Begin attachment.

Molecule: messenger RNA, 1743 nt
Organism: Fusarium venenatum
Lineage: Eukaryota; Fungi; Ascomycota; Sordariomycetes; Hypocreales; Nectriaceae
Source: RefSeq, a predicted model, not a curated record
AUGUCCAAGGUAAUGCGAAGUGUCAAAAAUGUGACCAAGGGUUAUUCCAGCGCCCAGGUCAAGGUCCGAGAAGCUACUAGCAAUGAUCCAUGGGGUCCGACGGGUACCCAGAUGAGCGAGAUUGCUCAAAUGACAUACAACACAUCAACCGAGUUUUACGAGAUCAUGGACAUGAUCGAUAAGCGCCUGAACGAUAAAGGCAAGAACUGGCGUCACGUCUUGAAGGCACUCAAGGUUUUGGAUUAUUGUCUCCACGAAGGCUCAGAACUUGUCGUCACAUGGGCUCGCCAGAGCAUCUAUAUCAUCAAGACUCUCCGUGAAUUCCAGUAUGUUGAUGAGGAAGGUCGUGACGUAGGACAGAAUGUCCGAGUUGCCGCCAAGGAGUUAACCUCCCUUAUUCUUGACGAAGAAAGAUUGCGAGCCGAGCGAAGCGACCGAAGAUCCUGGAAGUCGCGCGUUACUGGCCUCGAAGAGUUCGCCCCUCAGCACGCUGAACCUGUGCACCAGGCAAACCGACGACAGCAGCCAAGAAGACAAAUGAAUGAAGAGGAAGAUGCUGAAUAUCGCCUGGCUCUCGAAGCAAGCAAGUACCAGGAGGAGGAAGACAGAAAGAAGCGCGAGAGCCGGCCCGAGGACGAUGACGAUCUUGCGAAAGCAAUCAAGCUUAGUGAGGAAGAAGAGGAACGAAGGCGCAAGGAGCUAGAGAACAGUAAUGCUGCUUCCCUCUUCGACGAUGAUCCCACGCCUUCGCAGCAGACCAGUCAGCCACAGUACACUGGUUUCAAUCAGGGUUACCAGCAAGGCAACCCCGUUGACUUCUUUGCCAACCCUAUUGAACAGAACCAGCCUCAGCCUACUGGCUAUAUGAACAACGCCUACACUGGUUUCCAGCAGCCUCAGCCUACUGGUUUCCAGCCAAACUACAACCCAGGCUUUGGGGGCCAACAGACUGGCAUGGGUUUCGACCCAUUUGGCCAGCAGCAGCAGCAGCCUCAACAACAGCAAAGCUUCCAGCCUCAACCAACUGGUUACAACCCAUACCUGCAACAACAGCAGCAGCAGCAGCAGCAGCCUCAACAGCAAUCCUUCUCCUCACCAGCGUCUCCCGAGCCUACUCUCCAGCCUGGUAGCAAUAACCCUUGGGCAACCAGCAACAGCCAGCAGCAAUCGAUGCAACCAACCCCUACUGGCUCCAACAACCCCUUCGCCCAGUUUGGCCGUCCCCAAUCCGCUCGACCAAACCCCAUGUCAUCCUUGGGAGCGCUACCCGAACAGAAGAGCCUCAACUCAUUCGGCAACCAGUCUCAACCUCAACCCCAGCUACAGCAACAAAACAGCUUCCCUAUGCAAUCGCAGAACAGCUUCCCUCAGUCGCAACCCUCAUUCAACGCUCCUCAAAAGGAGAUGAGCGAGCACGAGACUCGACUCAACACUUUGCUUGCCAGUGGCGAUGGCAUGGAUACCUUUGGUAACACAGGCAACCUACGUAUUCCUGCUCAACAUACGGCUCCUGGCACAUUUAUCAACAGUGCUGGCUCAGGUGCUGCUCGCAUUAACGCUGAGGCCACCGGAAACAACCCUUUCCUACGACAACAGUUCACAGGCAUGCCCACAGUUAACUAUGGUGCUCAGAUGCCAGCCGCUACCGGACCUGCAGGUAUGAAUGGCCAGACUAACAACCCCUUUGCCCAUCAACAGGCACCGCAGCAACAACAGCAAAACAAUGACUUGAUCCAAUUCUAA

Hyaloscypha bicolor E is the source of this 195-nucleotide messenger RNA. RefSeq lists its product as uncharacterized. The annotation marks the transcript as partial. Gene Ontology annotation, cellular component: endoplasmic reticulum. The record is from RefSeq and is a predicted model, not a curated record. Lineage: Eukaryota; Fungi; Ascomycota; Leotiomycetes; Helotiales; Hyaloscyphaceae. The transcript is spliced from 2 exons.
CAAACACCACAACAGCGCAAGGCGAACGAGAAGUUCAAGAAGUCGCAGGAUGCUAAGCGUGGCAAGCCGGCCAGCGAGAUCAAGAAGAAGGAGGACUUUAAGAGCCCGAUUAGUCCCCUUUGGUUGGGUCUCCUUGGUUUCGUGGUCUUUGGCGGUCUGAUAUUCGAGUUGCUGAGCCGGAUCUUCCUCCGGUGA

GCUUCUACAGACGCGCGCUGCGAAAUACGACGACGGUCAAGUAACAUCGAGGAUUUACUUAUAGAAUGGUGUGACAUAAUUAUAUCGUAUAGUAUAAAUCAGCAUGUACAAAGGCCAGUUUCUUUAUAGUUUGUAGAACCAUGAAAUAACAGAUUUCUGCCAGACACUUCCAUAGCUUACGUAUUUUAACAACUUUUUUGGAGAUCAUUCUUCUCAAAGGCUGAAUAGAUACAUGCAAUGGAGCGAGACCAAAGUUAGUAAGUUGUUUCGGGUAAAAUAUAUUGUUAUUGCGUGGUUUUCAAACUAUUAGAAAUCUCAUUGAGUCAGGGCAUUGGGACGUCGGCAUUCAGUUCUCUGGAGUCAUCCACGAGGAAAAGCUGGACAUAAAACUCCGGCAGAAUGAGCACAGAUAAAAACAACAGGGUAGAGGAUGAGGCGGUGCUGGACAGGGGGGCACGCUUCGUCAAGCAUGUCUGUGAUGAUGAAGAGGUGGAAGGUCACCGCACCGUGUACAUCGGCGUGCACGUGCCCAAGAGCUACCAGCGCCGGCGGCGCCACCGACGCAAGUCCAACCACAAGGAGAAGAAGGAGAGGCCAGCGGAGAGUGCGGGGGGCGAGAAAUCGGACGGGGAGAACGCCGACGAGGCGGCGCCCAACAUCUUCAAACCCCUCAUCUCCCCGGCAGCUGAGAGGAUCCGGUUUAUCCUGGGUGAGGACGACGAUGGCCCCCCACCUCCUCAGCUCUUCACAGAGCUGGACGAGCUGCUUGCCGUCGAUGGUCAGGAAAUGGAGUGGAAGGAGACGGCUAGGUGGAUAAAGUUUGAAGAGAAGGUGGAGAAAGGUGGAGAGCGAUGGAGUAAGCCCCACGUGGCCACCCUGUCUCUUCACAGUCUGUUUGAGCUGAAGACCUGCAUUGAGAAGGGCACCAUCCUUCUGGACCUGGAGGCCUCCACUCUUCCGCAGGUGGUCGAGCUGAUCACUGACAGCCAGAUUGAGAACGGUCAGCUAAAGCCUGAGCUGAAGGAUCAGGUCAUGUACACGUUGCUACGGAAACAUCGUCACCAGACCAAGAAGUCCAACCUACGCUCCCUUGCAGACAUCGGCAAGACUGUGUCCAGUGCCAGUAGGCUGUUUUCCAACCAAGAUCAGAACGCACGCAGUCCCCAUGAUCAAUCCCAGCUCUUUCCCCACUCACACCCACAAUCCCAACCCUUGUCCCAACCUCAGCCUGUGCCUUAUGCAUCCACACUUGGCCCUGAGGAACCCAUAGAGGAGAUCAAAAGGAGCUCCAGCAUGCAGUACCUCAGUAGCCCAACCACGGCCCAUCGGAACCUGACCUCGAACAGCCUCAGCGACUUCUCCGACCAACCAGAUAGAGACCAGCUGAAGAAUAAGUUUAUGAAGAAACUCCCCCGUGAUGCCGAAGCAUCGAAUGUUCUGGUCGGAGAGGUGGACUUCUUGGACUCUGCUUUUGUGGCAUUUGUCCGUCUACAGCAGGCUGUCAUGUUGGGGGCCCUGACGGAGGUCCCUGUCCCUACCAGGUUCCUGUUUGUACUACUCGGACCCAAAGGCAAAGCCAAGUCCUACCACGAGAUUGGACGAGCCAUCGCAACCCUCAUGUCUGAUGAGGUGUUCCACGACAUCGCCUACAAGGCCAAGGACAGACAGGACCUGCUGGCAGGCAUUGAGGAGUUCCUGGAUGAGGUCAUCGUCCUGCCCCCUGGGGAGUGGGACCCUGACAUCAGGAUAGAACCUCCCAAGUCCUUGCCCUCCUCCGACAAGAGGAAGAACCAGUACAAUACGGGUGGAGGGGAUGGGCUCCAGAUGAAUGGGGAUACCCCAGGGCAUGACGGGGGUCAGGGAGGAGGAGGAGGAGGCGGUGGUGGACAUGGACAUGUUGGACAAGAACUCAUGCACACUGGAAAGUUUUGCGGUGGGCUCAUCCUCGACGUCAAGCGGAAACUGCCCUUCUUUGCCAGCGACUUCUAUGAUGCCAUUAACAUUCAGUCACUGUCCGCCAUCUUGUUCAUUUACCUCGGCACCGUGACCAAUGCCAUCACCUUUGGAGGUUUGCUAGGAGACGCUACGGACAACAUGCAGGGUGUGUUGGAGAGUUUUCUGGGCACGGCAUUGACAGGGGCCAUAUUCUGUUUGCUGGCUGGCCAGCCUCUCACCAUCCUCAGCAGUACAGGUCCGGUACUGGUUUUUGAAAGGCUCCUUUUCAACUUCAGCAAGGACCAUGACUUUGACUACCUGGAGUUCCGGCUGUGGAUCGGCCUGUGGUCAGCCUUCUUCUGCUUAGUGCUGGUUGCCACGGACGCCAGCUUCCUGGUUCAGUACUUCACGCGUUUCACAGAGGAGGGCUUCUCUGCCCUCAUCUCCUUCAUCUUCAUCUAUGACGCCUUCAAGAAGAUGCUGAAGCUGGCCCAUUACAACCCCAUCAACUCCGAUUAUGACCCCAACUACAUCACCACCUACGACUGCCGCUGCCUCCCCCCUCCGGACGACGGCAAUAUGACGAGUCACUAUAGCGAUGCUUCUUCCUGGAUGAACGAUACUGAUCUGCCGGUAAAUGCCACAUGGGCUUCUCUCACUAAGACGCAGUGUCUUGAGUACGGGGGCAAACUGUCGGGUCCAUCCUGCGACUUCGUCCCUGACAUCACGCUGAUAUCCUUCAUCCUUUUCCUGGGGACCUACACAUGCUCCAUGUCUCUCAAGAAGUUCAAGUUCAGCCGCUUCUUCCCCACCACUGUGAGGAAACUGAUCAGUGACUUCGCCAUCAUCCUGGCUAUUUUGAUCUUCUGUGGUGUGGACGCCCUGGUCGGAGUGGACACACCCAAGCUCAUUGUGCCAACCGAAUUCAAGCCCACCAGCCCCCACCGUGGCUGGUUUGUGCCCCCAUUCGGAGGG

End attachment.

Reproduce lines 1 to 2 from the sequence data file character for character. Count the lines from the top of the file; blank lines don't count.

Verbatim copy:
Molecule: messenger RNA, 1743 nt
Organism: Fusarium venenatum